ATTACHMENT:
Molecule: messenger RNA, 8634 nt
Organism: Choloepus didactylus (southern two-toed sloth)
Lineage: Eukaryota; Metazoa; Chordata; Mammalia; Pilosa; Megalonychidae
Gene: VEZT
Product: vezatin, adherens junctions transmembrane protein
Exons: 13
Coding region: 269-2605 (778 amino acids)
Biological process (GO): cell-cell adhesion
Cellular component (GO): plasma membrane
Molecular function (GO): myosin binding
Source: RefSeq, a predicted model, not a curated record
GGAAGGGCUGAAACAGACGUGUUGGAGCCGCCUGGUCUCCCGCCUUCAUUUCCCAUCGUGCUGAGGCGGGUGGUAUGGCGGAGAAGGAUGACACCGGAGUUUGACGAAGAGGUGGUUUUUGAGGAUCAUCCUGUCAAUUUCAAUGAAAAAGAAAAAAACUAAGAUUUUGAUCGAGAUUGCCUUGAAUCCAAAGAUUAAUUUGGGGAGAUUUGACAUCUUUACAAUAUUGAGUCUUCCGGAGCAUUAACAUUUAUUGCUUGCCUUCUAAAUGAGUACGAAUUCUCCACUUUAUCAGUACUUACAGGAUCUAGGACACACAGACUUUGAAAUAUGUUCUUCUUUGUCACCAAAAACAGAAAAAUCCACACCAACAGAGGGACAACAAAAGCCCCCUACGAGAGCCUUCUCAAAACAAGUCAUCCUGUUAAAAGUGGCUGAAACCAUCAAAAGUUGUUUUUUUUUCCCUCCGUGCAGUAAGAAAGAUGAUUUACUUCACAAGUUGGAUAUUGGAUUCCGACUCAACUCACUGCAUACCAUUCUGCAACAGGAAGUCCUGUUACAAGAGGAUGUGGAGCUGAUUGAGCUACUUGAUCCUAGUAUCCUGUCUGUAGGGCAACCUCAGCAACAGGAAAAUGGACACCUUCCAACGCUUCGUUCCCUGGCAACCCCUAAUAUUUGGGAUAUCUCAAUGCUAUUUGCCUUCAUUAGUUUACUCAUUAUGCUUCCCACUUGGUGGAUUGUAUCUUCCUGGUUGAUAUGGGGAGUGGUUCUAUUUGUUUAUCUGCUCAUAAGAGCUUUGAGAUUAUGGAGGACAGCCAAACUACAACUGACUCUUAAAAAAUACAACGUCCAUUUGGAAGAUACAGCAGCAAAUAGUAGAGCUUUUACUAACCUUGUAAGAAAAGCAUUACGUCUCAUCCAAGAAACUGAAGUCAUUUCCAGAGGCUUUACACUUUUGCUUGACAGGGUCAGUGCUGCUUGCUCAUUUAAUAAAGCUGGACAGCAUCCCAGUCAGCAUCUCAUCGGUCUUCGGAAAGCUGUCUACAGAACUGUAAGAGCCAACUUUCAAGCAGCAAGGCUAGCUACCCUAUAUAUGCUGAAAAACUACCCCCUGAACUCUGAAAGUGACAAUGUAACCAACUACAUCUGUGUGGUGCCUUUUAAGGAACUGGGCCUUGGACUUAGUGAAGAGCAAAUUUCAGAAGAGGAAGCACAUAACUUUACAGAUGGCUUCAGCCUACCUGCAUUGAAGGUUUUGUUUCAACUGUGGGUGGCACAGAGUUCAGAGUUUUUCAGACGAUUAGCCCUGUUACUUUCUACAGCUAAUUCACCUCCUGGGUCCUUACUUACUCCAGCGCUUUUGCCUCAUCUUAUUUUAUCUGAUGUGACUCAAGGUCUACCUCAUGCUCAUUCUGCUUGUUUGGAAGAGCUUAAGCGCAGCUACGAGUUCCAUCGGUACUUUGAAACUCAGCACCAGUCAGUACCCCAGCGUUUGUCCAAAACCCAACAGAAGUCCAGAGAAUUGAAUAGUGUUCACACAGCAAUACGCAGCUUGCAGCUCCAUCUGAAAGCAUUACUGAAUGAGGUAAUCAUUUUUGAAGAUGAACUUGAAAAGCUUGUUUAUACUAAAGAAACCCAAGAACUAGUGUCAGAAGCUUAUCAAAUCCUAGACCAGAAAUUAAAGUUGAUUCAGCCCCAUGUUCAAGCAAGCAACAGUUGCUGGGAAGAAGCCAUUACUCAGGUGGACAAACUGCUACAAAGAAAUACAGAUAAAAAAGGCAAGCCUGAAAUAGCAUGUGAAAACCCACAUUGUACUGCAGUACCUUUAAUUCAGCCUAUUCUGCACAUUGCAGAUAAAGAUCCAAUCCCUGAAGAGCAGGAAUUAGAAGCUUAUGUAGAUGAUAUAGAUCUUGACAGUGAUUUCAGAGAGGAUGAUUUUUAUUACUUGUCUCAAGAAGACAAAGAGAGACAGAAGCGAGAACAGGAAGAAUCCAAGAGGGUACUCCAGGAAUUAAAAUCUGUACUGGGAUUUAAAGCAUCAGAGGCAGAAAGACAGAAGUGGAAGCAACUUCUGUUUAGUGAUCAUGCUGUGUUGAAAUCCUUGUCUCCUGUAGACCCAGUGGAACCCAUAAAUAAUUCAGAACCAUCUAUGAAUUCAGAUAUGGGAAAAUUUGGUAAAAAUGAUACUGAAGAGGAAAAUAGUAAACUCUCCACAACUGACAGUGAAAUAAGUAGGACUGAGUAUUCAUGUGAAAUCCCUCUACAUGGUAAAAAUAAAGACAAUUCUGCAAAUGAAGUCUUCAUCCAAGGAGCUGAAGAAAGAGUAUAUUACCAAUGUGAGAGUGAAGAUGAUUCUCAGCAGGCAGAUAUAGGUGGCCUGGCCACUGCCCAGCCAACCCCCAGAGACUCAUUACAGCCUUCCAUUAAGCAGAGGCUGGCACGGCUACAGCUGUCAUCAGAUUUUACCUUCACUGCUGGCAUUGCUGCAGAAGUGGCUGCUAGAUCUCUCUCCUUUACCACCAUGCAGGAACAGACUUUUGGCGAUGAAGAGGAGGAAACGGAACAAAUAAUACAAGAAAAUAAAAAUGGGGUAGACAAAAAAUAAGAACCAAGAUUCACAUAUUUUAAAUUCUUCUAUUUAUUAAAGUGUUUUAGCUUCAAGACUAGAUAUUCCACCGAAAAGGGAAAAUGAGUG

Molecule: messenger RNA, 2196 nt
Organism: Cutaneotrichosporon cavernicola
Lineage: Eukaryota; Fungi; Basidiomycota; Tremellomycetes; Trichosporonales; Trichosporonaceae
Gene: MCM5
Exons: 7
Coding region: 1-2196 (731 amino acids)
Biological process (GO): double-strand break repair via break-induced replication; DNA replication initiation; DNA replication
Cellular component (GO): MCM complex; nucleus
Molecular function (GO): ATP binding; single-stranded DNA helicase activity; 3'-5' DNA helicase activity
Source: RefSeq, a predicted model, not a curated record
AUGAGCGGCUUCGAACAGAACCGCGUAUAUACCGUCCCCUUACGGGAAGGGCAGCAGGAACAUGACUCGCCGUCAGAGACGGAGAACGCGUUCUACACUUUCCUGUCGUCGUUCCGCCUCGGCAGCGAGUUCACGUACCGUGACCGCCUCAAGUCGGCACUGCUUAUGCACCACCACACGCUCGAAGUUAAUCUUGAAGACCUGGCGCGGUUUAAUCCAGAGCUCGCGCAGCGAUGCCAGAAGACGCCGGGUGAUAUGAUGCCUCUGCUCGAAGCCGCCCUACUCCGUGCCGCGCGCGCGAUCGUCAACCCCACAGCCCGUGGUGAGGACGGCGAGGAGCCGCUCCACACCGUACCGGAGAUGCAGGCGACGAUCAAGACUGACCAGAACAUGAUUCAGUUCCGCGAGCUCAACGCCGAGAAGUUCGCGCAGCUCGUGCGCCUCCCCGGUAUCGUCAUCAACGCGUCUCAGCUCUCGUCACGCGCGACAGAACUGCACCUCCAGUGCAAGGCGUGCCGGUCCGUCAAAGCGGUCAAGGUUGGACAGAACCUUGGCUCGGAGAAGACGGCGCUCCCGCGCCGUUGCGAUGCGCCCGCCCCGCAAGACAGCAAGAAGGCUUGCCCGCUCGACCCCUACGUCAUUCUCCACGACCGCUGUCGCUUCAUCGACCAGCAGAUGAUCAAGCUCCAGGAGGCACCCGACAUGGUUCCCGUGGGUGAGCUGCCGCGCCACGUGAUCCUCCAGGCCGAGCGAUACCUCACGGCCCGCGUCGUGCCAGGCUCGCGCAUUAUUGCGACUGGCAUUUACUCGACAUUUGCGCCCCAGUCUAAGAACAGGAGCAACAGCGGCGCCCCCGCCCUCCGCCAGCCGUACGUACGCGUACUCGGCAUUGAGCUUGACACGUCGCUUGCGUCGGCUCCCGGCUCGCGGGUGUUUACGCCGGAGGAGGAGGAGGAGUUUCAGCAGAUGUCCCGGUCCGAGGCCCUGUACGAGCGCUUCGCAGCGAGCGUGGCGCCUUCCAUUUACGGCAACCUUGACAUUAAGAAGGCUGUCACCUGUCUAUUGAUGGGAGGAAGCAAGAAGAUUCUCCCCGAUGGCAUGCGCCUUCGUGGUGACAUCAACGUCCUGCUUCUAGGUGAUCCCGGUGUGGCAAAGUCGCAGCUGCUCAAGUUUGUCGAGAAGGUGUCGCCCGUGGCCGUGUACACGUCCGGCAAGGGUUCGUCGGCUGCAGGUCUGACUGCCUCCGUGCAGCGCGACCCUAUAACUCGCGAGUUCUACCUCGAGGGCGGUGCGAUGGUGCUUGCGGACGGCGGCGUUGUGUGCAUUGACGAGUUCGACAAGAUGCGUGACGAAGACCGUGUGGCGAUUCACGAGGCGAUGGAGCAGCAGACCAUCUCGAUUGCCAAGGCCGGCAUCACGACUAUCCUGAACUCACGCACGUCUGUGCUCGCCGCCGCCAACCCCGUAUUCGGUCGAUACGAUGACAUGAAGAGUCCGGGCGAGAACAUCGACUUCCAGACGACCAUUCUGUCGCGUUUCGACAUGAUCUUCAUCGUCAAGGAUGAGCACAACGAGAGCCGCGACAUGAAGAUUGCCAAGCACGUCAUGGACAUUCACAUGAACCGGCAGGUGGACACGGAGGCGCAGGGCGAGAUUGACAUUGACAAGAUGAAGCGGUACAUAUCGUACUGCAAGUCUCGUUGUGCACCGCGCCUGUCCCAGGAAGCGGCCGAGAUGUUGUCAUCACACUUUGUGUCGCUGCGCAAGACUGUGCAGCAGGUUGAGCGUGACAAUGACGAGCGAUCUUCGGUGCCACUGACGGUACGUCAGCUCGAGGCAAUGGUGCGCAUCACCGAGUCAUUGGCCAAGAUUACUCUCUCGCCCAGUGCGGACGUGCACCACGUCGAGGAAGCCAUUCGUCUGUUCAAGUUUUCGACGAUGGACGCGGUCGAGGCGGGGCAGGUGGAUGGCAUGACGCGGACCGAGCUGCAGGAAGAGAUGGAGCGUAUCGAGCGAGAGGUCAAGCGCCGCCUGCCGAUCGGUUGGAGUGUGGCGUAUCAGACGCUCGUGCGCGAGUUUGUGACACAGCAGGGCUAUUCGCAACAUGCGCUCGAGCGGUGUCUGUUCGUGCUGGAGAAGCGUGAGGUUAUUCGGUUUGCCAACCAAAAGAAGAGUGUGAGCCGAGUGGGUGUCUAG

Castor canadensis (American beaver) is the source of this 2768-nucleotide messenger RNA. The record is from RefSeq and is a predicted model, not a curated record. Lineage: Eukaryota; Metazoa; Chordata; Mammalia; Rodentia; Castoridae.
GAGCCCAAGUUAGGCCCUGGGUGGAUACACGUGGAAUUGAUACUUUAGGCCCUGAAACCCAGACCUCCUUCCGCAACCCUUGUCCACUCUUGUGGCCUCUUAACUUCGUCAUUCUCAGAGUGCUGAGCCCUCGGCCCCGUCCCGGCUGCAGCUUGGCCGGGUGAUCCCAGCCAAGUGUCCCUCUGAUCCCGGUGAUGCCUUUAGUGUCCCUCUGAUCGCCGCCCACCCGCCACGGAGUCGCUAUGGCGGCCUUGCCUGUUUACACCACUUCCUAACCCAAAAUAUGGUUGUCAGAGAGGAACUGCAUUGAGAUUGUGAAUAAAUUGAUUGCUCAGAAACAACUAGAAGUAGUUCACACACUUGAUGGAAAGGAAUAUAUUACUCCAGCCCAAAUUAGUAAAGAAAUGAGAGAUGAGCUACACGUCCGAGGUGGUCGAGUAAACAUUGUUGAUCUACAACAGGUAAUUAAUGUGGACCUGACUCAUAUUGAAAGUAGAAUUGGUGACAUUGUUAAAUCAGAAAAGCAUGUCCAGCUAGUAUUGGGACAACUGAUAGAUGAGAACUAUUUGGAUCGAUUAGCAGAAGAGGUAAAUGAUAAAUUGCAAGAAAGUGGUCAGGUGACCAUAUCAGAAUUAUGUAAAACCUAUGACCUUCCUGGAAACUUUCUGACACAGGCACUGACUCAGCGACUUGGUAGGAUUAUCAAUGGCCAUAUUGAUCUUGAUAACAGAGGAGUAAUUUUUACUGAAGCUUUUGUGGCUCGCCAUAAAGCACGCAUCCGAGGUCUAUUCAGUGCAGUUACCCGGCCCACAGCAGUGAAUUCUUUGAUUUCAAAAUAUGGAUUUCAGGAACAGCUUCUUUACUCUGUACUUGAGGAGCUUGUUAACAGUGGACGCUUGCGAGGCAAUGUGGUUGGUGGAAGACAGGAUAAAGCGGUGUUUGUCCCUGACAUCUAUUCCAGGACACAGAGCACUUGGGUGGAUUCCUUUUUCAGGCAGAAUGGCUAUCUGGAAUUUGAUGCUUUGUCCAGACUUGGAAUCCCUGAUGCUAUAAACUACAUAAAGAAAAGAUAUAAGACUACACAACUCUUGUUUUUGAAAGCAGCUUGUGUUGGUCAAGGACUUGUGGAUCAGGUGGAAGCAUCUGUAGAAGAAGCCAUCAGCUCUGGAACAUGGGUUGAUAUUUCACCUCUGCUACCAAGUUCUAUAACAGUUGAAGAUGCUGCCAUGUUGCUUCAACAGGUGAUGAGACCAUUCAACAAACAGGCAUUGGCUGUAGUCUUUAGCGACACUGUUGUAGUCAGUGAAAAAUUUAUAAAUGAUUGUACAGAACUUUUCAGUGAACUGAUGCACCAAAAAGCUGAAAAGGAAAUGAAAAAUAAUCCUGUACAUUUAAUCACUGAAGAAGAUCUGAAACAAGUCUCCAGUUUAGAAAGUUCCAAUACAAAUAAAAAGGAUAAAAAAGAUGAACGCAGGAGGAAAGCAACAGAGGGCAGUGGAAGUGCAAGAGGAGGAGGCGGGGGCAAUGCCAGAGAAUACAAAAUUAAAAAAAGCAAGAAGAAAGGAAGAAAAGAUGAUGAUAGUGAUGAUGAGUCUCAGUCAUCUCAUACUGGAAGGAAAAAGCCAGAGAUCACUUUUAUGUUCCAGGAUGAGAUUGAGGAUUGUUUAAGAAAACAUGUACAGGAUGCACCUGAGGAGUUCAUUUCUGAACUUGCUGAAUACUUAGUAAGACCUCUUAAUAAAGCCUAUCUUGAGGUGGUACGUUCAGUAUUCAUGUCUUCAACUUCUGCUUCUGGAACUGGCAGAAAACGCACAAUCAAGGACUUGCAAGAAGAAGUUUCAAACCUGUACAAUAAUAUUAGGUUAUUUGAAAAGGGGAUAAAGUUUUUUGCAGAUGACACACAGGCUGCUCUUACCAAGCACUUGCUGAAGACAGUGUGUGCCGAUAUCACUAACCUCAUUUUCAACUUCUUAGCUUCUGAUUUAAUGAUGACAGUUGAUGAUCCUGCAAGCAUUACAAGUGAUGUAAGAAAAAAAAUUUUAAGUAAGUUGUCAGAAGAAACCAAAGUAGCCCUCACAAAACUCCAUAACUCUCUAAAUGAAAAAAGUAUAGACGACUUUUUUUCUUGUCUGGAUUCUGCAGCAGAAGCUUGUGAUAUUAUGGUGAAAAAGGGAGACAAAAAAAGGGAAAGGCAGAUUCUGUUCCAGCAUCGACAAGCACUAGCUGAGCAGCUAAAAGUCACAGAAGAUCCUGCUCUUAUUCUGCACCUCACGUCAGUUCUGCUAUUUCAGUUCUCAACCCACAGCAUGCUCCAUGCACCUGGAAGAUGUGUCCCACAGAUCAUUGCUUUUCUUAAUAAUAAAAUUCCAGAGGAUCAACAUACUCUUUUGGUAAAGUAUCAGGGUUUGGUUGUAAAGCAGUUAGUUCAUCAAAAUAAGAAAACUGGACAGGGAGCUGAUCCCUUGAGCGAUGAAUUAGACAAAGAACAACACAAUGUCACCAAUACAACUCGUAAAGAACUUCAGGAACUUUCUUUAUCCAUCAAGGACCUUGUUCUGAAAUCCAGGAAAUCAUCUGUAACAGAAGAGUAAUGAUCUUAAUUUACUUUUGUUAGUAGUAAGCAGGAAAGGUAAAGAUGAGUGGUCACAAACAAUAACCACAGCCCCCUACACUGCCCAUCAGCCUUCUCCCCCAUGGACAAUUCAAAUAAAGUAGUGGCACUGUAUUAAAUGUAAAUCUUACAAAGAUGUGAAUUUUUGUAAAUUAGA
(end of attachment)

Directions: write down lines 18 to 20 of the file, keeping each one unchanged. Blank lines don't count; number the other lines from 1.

Coding region: 1-2196 (731 amino acids)
Biological process (GO): double-strand break repair via break-induced replication; DNA replication initiation; DNA replication
Cellular component (GO): MCM complex; nucleus